The weekend is here! Pour yourself a mug of Bella Finca dark roast coffee, grab a seat in the massage chair, and get ready for our longer form weekend reads:
• The Untold Story of How Jeff Bezos Beat the Tabloids When a gossip rag went after the CEO, he retaliated with the brutal, brilliant efficiency he used to build his business empire. In an exclusive excerpt from the new book Amazon Unbound comes an unrivaled tale of money, sex, and power. (Businessweek)
• ‘I’d Never Been Involved in Anything as Secret as This’ The effort to track and execute Osama bin Laden, which took place 10 years ago this weekend, was the most closely held operational secret in modern American history—a highly sensitive, politically fraught and physically risky mission that involved breaching the sovereign territory of a purported U.S. ally to target an icon of international violence and terror. The plan to kill Osama bin Laden as told by the people in the room. (Politico)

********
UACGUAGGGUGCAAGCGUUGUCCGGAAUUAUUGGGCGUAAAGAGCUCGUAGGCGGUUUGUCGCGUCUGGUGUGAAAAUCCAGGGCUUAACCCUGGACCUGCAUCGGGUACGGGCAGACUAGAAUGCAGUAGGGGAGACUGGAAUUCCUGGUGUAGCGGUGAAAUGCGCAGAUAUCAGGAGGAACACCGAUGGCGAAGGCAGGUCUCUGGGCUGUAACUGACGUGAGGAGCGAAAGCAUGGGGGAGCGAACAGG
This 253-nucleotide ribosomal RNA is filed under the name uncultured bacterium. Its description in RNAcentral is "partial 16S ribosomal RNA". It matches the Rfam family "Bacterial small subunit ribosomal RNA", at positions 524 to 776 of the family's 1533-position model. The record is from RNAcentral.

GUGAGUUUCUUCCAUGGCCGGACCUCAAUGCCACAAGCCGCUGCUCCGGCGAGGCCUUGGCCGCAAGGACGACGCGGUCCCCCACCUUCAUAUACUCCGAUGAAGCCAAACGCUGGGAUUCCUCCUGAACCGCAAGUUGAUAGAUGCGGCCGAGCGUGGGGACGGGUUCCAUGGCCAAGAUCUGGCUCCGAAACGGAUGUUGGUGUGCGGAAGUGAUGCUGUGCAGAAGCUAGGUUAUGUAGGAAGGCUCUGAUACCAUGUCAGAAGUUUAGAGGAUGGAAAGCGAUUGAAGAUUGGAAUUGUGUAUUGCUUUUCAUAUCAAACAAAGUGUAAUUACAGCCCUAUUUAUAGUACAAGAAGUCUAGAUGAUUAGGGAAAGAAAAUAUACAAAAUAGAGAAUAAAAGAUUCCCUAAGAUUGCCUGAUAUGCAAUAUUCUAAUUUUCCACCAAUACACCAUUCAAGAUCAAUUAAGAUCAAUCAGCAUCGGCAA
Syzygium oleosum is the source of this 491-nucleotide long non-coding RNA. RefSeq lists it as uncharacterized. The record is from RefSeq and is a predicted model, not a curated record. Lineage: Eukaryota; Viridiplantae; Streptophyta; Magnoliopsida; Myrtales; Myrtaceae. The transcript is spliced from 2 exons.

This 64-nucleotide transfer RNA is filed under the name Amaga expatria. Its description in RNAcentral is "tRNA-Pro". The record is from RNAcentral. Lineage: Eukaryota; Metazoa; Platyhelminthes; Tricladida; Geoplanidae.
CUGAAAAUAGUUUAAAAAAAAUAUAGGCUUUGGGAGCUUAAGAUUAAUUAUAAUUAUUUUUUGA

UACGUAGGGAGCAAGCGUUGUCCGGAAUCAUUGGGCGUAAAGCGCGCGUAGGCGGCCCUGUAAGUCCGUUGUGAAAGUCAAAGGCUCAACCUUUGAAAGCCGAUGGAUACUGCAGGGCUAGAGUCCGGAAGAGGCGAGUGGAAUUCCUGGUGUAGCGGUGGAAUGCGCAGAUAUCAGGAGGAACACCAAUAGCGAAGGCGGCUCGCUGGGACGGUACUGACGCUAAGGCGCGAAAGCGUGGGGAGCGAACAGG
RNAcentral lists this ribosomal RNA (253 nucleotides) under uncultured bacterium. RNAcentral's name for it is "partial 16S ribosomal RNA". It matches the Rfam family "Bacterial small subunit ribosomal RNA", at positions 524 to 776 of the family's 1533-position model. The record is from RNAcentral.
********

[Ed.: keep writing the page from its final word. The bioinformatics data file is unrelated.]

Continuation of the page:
• The Lithium Gold Rush: Inside the Race to Power Electric Vehicles The fight over the Nevada mine is emblematic of a fundamental tension surfacing around the world: Electric cars and renewable energy may not be as green as they appear. Production of raw materials like lithium, cobalt and nickel that are essential to these technologies are often ruinous to land, water, wildlife and people. A race is on to produce lithium in the United States, but competing projects are taking very different approaches to extracting the vital raw material. Some might not be very green. (New York Times)